And what about those who aren't still fairly young when they realize they have a child who will be disabled for life? Maybe they don't have children until they are 40. That doesn't leave much time to save for their own retirement and their child's entire lifetime of care. Maybe their child is healthy for most of his childhood but becomes permanently disabled later.

 

This type of thing should be what our taxes go for. We do have poor and helpless among us who need the strong to bear the burden for them.

 

Honestly, that's what I have against out-of-control entitlement programs. They divert resources from those who have no options. (I hope that wasn't too political.)

 

:iagree:

 

BTW, who are Thomas and Jewell?

 

And there's this tidbit at the tail end of the article.

 

Authorities took Lynn Cameron to a hospital, where she was discovered to have only a basic vocabulary of 30-40 words, according to Smith.

 

A Campbell County Chancery Court order in the case described Lynn as a "severely disabled adult, suffering from profound mental deficits, and is unable to care for herself or her personal needs."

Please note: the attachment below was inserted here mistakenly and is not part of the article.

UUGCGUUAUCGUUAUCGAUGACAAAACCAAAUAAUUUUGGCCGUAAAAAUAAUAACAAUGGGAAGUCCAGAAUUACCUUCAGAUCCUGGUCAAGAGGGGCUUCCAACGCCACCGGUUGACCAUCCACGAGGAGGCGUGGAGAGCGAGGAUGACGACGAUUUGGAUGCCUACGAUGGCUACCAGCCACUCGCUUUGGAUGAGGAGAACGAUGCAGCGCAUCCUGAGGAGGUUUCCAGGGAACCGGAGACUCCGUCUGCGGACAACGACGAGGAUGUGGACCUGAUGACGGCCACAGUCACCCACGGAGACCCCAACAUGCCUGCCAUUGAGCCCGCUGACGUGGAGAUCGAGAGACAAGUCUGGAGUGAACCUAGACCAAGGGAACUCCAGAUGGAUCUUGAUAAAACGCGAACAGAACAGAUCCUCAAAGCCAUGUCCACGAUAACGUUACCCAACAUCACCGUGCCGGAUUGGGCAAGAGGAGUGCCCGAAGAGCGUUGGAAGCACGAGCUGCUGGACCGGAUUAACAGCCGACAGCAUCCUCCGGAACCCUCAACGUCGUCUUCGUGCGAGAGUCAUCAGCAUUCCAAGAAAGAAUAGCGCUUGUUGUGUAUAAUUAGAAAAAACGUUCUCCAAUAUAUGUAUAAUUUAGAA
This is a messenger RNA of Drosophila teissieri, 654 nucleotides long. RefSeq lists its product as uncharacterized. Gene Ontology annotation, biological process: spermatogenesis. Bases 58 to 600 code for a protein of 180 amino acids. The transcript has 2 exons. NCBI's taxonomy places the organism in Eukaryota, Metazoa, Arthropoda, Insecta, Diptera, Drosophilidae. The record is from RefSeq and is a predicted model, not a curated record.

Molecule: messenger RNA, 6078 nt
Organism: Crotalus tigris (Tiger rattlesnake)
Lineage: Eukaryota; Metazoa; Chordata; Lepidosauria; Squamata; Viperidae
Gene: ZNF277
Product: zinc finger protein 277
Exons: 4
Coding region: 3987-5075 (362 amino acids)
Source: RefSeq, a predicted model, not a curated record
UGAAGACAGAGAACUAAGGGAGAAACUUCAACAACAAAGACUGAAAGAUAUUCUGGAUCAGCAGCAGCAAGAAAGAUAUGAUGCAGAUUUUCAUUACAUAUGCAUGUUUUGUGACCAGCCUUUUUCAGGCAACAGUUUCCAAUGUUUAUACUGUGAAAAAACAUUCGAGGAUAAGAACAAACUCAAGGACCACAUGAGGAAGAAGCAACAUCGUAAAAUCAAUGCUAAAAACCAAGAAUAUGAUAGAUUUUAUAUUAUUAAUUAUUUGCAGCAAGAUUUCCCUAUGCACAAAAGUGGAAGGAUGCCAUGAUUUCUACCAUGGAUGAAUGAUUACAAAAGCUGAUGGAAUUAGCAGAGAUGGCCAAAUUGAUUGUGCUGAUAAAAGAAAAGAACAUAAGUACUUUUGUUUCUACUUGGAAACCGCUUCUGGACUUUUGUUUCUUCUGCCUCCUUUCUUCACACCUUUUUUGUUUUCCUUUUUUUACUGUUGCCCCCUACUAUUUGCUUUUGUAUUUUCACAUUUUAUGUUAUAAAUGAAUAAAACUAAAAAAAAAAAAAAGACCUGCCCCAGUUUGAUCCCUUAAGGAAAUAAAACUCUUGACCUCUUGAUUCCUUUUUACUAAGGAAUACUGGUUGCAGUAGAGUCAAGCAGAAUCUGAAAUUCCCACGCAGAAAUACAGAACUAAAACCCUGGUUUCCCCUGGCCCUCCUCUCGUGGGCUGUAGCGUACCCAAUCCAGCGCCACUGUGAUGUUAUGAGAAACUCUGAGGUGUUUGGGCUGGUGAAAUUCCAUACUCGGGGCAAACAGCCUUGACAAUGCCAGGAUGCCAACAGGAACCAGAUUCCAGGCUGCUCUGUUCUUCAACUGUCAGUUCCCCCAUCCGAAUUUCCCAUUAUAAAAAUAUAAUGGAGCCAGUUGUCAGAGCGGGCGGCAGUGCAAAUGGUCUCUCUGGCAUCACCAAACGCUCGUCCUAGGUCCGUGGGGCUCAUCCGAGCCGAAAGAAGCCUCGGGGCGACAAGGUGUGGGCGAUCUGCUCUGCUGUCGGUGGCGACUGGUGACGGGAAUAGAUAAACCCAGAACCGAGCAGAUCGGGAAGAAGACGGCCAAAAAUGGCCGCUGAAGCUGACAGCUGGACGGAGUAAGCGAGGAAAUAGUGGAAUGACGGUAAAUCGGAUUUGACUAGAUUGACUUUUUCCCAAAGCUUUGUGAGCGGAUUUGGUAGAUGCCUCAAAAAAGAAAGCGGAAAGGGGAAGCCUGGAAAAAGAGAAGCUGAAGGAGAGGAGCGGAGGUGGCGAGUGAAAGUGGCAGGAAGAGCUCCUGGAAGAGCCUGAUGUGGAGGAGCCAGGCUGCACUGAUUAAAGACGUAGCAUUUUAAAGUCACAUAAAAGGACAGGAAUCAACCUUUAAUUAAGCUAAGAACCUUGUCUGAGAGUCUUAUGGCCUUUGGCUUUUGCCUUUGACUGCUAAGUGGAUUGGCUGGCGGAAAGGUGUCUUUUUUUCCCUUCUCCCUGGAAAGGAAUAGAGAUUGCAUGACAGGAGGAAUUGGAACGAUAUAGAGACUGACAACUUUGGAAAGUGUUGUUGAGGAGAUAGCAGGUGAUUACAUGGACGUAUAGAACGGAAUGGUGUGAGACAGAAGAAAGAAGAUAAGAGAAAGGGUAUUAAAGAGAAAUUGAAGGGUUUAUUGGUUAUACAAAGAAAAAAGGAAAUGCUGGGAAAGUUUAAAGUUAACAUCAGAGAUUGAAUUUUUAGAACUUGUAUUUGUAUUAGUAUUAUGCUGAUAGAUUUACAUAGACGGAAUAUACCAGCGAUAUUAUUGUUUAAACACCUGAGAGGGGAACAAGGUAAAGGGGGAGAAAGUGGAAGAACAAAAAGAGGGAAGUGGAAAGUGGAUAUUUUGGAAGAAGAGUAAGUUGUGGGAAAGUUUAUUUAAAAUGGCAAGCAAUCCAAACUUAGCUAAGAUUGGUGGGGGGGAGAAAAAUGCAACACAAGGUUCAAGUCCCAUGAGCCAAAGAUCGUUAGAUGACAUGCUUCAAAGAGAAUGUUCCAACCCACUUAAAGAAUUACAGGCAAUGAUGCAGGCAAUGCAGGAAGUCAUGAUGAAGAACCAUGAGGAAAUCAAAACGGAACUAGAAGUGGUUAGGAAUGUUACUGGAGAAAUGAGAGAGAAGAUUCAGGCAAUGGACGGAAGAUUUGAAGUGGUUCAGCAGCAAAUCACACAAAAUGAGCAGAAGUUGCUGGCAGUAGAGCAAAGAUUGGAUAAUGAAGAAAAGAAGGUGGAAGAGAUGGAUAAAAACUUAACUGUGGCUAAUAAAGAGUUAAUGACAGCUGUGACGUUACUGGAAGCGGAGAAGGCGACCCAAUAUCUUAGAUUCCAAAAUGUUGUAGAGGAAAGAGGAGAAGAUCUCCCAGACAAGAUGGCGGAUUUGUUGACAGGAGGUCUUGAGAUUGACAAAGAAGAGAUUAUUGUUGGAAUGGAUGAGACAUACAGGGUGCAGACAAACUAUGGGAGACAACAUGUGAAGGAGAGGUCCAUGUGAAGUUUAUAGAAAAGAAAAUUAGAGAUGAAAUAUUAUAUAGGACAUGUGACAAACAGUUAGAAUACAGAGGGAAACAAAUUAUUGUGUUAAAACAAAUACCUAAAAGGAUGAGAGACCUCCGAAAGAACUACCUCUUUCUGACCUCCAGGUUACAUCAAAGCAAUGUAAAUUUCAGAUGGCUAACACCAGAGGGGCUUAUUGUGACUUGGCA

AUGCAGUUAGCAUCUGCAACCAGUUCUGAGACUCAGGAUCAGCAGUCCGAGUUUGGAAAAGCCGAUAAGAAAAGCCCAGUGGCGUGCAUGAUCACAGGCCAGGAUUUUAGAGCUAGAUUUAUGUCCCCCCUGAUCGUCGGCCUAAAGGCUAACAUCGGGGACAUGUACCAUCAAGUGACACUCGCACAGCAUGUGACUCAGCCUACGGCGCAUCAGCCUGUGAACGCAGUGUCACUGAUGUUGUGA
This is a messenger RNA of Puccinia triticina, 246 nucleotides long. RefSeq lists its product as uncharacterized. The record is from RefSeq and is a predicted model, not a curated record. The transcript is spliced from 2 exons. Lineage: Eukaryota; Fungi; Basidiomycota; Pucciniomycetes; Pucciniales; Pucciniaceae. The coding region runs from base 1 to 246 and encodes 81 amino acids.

According to the court, the mother stated, "She could not and would not care for Lynn Cameron."

 

Eva Cameron said that she has another disabled child and that caring for both was too much to handle, according to the Northwest Herald.

 

Authorities said Lynn Cameron is being cared for at a facility in Roane County.

 

When asked how the young woman is doing, Smith replied, "Lynn is doing fantastic."

 

 

 

 

Now this is interesting. I wonder if the state will come in and take the other child, and do they have a case? Or she could be lying, but at least we know this woman had reached her breaking point. Which would explain the stoic response.

Link to comment
Share on other sites

ETA people who work with those with disabilities are usually paid pretty poorly, too. So unfortunately this sometimes results in questionable people having access to the most vulnerable. I worked in a care facility for mentally ill adults before our children were born. There were some great staff, but there was an equal number of staff who needed to go (and happily some did). And sometimes residents of such facilities abuse and exploit one another, too.